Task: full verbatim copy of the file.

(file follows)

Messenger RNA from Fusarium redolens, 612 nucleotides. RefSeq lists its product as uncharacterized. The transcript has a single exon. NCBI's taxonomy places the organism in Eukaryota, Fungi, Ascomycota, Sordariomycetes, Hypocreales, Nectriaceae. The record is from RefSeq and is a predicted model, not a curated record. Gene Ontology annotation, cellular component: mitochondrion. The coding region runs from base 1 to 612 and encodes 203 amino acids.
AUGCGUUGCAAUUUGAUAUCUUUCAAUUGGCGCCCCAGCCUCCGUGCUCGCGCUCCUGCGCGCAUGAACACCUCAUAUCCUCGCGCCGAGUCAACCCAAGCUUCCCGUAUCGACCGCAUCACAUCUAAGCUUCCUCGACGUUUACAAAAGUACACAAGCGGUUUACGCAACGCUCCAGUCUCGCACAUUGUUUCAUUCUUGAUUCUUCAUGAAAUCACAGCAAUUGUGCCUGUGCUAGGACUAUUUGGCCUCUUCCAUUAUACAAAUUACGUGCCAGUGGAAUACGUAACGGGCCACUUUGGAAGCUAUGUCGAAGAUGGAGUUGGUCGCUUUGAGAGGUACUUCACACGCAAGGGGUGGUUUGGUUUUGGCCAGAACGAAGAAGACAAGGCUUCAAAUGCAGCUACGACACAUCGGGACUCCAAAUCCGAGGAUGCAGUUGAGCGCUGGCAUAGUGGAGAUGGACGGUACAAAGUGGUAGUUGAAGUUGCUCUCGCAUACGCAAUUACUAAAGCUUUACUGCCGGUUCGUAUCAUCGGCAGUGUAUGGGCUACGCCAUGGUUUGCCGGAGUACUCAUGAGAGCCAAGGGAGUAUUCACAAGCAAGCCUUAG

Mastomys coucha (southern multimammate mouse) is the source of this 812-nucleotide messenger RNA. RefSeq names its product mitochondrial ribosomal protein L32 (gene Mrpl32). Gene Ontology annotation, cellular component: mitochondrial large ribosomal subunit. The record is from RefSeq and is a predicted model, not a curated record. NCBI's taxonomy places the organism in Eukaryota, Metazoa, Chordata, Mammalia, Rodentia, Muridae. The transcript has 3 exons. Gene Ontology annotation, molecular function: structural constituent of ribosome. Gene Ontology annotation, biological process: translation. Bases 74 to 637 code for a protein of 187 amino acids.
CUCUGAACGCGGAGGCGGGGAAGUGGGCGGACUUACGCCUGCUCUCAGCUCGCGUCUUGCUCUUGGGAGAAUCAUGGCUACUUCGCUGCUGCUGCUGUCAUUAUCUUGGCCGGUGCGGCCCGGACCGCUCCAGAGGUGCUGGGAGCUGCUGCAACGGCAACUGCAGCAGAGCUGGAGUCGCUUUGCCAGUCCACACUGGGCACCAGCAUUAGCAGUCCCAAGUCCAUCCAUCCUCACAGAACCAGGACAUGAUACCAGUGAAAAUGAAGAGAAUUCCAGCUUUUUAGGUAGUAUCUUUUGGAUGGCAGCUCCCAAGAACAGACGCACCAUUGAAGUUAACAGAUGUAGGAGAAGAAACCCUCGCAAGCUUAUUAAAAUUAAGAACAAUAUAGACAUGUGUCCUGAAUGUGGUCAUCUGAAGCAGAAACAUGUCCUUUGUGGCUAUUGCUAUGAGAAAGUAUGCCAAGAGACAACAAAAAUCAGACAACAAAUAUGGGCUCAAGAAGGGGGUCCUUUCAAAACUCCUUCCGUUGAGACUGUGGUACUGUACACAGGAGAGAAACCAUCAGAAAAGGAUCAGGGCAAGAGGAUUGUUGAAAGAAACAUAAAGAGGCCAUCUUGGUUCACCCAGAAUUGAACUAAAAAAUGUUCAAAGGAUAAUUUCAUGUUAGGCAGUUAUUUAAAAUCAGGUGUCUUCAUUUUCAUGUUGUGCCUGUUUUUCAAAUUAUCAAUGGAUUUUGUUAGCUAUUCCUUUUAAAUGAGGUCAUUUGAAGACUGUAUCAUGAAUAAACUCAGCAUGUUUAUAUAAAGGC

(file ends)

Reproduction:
Messenger RNA from Fusarium redolens, 612 nucleotides. RefSeq lists its product as uncharacterized. The transcript has a single exon. NCBI's taxonomy places the organism in Eukaryota, Fungi, Ascomycota, Sordariomycetes, Hypocreales, Nectriaceae. The record is from RefSeq and is a predicted model, not a curated record. Gene Ontology annotation, cellular component: mitochondrion. The coding region runs from base 1 to 612 and encodes 203 amino acids.
AUGCGUUGCAAUUUGAUAUCUUUCAAUUGGCGCCCCAGCCUCCGUGCUCGCGCUCCUGCGCGCAUGAACACCUCAUAUCCUCGCGCCGAGUCAACCCAAGCUUCCCGUAUCGACCGCAUCACAUCUAAGCUUCCUCGACGUUUACAAAAGUACACAAGCGGUUUACGCAACGCUCCAGUCUCGCACAUUGUUUCAUUCUUGAUUCUUCAUGAAAUCACAGCAAUUGUGCCUGUGCUAGGACUAUUUGGCCUCUUCCAUUAUACAAAUUACGUGCCAGUGGAAUACGUAACGGGCCACUUUGGAAGCUAUGUCGAAGAUGGAGUUGGUCGCUUUGAGAGGUACUUCACACGCAAGGGGUGGUUUGGUUUUGGCCAGAACGAAGAAGACAAGGCUUCAAAUGCAGCUACGACACAUCGGGACUCCAAAUCCGAGGAUGCAGUUGAGCGCUGGCAUAGUGGAGAUGGACGGUACAAAGUGGUAGUUGAAGUUGCUCUCGCAUACGCAAUUACUAAAGCUUUACUGCCGGUUCGUAUCAUCGGCAGUGUAUGGGCUACGCCAUGGUUUGCCGGAGUACUCAUGAGAGCCAAGGGAGUAUUCACAAGCAAGCCUUAG

Mastomys coucha (southern multimammate mouse) is the source of this 812-nucleotide messenger RNA. RefSeq names its product mitochondrial ribosomal protein L32 (gene Mrpl32). Gene Ontology annotation, cellular component: mitochondrial large ribosomal subunit. The record is from RefSeq and is a predicted model, not a curated record. NCBI's taxonomy places the organism in Eukaryota, Metazoa, Chordata, Mammalia, Rodentia, Muridae. The transcript has 3 exons. Gene Ontology annotation, molecular function: structural constituent of ribosome. Gene Ontology annotation, biological process: translation. Bases 74 to 637 code for a protein of 187 amino acids.
CUCUGAACGCGGAGGCGGGGAAGUGGGCGGACUUACGCCUGCUCUCAGCUCGCGUCUUGCUCUUGGGAGAAUCAUGGCUACUUCGCUGCUGCUGCUGUCAUUAUCUUGGCCGGUGCGGCCCGGACCGCUCCAGAGGUGCUGGGAGCUGCUGCAACGGCAACUGCAGCAGAGCUGGAGUCGCUUUGCCAGUCCACACUGGGCACCAGCAUUAGCAGUCCCAAGUCCAUCCAUCCUCACAGAACCAGGACAUGAUACCAGUGAAAAUGAAGAGAAUUCCAGCUUUUUAGGUAGUAUCUUUUGGAUGGCAGCUCCCAAGAACAGACGCACCAUUGAAGUUAACAGAUGUAGGAGAAGAAACCCUCGCAAGCUUAUUAAAAUUAAGAACAAUAUAGACAUGUGUCCUGAAUGUGGUCAUCUGAAGCAGAAACAUGUCCUUUGUGGCUAUUGCUAUGAGAAAGUAUGCCAAGAGACAACAAAAAUCAGACAACAAAUAUGGGCUCAAGAAGGGGGUCCUUUCAAAACUCCUUCCGUUGAGACUGUGGUACUGUACACAGGAGAGAAACCAUCAGAAAAGGAUCAGGGCAAGAGGAUUGUUGAAAGAAACAUAAAGAGGCCAUCUUGGUUCACCCAGAAUUGAACUAAAAAAUGUUCAAAGGAUAAUUUCAUGUUAGGCAGUUAUUUAAAAUCAGGUGUCUUCAUUUUCAUGUUGUGCCUGUUUUUCAAAUUAUCAAUGGAUUUUGUUAGCUAUUCCUUUUAAAUGAGGUCAUUUGAAGACUGUAUCAUGAAUAAACUCAGCAUGUUUAUAUAAAGGC